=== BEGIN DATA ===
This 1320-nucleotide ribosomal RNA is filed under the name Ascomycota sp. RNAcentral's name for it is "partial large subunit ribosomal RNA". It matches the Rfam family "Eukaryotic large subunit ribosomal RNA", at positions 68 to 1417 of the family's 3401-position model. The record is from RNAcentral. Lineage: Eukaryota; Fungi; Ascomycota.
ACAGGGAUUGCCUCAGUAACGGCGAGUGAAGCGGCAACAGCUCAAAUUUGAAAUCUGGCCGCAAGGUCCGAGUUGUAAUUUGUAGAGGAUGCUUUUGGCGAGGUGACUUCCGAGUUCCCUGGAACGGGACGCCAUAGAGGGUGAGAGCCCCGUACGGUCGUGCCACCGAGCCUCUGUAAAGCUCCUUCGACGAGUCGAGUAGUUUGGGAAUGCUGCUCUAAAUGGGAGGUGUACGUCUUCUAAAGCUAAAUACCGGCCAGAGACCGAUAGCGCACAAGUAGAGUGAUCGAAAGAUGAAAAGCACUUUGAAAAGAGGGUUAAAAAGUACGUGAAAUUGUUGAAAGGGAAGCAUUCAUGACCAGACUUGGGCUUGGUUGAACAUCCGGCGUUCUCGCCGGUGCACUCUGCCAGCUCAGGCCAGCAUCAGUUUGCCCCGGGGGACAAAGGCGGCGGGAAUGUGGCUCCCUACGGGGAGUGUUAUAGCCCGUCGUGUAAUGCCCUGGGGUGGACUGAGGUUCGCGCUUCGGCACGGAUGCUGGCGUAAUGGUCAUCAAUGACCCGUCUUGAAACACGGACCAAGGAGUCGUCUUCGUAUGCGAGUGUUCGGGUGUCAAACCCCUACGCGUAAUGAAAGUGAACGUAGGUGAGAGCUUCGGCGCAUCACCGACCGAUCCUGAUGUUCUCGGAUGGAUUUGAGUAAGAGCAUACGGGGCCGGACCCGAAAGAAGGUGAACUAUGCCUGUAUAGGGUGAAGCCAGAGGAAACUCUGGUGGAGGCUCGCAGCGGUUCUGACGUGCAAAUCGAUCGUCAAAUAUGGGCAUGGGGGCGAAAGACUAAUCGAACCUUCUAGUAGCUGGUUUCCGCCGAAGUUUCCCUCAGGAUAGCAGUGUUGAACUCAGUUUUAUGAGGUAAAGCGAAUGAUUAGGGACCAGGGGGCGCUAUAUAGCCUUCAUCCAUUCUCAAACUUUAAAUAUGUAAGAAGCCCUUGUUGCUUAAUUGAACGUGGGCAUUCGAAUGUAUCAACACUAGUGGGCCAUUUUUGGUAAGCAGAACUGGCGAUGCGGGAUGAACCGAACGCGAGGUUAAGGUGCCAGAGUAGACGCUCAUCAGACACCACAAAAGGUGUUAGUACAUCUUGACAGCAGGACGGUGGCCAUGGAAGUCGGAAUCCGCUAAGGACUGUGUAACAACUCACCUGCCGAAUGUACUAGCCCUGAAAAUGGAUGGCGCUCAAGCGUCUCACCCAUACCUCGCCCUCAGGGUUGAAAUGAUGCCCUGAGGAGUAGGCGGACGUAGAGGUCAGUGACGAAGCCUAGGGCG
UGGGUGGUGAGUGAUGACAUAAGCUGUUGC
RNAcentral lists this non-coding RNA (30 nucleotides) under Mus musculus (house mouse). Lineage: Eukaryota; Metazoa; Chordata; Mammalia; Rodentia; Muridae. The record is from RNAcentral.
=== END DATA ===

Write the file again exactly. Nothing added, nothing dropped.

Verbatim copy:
This 1320-nucleotide ribosomal RNA is filed under the name Ascomycota sp. RNAcentral's name for it is "partial large subunit ribosomal RNA". It matches the Rfam family "Eukaryotic large subunit ribosomal RNA", at positions 68 to 1417 of the family's 3401-position model. The record is from RNAcentral. Lineage: Eukaryota; Fungi; Ascomycota.
ACAGGGAUUGCCUCAGUAACGGCGAGUGAAGCGGCAACAGCUCAAAUUUGAAAUCUGGCCGCAAGGUCCGAGUUGUAAUUUGUAGAGGAUGCUUUUGGCGAGGUGACUUCCGAGUUCCCUGGAACGGGACGCCAUAGAGGGUGAGAGCCCCGUACGGUCGUGCCACCGAGCCUCUGUAAAGCUCCUUCGACGAGUCGAGUAGUUUGGGAAUGCUGCUCUAAAUGGGAGGUGUACGUCUUCUAAAGCUAAAUACCGGCCAGAGACCGAUAGCGCACAAGUAGAGUGAUCGAAAGAUGAAAAGCACUUUGAAAAGAGGGUUAAAAAGUACGUGAAAUUGUUGAAAGGGAAGCAUUCAUGACCAGACUUGGGCUUGGUUGAACAUCCGGCGUUCUCGCCGGUGCACUCUGCCAGCUCAGGCCAGCAUCAGUUUGCCCCGGGGGACAAAGGCGGCGGGAAUGUGGCUCCCUACGGGGAGUGUUAUAGCCCGUCGUGUAAUGCCCUGGGGUGGACUGAGGUUCGCGCUUCGGCACGGAUGCUGGCGUAAUGGUCAUCAAUGACCCGUCUUGAAACACGGACCAAGGAGUCGUCUUCGUAUGCGAGUGUUCGGGUGUCAAACCCCUACGCGUAAUGAAAGUGAACGUAGGUGAGAGCUUCGGCGCAUCACCGACCGAUCCUGAUGUUCUCGGAUGGAUUUGAGUAAGAGCAUACGGGGCCGGACCCGAAAGAAGGUGAACUAUGCCUGUAUAGGGUGAAGCCAGAGGAAACUCUGGUGGAGGCUCGCAGCGGUUCUGACGUGCAAAUCGAUCGUCAAAUAUGGGCAUGGGGGCGAAAGACUAAUCGAACCUUCUAGUAGCUGGUUUCCGCCGAAGUUUCCCUCAGGAUAGCAGUGUUGAACUCAGUUUUAUGAGGUAAAGCGAAUGAUUAGGGACCAGGGGGCGCUAUAUAGCCUUCAUCCAUUCUCAAACUUUAAAUAUGUAAGAAGCCCUUGUUGCUUAAUUGAACGUGGGCAUUCGAAUGUAUCAACACUAGUGGGCCAUUUUUGGUAAGCAGAACUGGCGAUGCGGGAUGAACCGAACGCGAGGUUAAGGUGCCAGAGUAGACGCUCAUCAGACACCACAAAAGGUGUUAGUACAUCUUGACAGCAGGACGGUGGCCAUGGAAGUCGGAAUCCGCUAAGGACUGUGUAACAACUCACCUGCCGAAUGUACUAGCCCUGAAAAUGGAUGGCGCUCAAGCGUCUCACCCAUACCUCGCCCUCAGGGUUGAAAUGAUGCCCUGAGGAGUAGGCGGACGUAGAGGUCAGUGACGAAGCCUAGGGCG
UGGGUGGUGAGUGAUGACAUAAGCUGUUGC
RNAcentral lists this non-coding RNA (30 nucleotides) under Mus musculus (house mouse). Lineage: Eukaryota; Metazoa; Chordata; Mammalia; Rodentia; Muridae. The record is from RNAcentral.